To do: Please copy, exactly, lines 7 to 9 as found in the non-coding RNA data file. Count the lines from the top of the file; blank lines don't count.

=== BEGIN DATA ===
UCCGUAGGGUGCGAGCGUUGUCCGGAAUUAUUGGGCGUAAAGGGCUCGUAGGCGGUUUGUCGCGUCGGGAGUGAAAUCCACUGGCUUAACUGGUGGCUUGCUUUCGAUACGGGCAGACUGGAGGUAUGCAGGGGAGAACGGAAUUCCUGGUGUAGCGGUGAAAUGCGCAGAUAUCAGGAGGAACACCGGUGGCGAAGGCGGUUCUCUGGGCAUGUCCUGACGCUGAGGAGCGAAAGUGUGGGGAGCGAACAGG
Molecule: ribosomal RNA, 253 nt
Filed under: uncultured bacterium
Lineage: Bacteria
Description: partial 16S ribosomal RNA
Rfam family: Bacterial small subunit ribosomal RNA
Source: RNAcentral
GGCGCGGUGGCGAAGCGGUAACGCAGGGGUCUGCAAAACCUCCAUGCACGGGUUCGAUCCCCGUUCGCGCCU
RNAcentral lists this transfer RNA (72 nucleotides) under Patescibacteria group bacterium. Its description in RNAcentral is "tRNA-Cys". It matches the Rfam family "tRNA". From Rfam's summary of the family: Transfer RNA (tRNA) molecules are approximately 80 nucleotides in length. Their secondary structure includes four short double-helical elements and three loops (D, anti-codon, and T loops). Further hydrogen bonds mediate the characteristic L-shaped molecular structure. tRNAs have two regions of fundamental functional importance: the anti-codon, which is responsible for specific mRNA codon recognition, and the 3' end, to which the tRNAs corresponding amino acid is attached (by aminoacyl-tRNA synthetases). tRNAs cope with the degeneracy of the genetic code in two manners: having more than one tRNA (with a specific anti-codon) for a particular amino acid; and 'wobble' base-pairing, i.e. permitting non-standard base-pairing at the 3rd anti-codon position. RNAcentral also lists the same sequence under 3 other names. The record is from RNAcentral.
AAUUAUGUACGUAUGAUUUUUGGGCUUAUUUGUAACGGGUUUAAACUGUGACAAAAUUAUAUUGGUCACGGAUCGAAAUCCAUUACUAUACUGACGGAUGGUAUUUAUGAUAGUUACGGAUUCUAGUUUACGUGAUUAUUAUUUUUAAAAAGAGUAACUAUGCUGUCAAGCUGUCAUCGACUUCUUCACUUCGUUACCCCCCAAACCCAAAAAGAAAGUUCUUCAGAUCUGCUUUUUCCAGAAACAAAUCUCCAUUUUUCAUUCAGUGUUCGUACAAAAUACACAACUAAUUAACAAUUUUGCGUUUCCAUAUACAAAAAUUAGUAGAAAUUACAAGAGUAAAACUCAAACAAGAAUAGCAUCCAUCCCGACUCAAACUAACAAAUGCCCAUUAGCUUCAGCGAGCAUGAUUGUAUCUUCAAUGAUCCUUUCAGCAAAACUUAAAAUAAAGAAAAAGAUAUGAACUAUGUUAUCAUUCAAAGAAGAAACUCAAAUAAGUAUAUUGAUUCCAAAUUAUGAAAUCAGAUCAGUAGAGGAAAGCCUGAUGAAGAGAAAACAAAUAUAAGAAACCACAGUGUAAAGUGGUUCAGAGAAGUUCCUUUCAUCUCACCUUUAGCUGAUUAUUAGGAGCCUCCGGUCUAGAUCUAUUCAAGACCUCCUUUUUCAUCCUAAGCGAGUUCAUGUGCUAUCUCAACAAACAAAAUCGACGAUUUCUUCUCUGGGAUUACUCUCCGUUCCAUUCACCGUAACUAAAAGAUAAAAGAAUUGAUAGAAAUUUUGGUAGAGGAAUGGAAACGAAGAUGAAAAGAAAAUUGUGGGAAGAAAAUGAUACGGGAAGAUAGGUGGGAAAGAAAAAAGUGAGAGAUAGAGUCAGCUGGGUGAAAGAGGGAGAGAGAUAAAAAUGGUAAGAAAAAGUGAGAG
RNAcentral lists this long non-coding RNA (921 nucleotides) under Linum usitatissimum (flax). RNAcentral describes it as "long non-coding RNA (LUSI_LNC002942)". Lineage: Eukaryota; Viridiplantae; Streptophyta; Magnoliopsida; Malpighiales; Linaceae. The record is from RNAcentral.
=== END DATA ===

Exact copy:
Source: RNAcentral
GGCGCGGUGGCGAAGCGGUAACGCAGGGGUCUGCAAAACCUCCAUGCACGGGUUCGAUCCCCGUUCGCGCCU
RNAcentral lists this transfer RNA (72 nucleotides) under Patescibacteria group bacterium. Its description in RNAcentral is "tRNA-Cys". It matches the Rfam family "tRNA". From Rfam's summary of the family: Transfer RNA (tRNA) molecules are approximately 80 nucleotides in length. Their secondary structure includes four short double-helical elements and three loops (D, anti-codon, and T loops). Further hydrogen bonds mediate the characteristic L-shaped molecular structure. tRNAs have two regions of fundamental functional importance: the anti-codon, which is responsible for specific mRNA codon recognition, and the 3' end, to which the tRNAs corresponding amino acid is attached (by aminoacyl-tRNA synthetases). tRNAs cope with the degeneracy of the genetic code in two manners: having more than one tRNA (with a specific anti-codon) for a particular amino acid; and 'wobble' base-pairing, i.e. permitting non-standard base-pairing at the 3rd anti-codon position. RNAcentral also lists the same sequence under 3 other names. The record is from RNAcentral.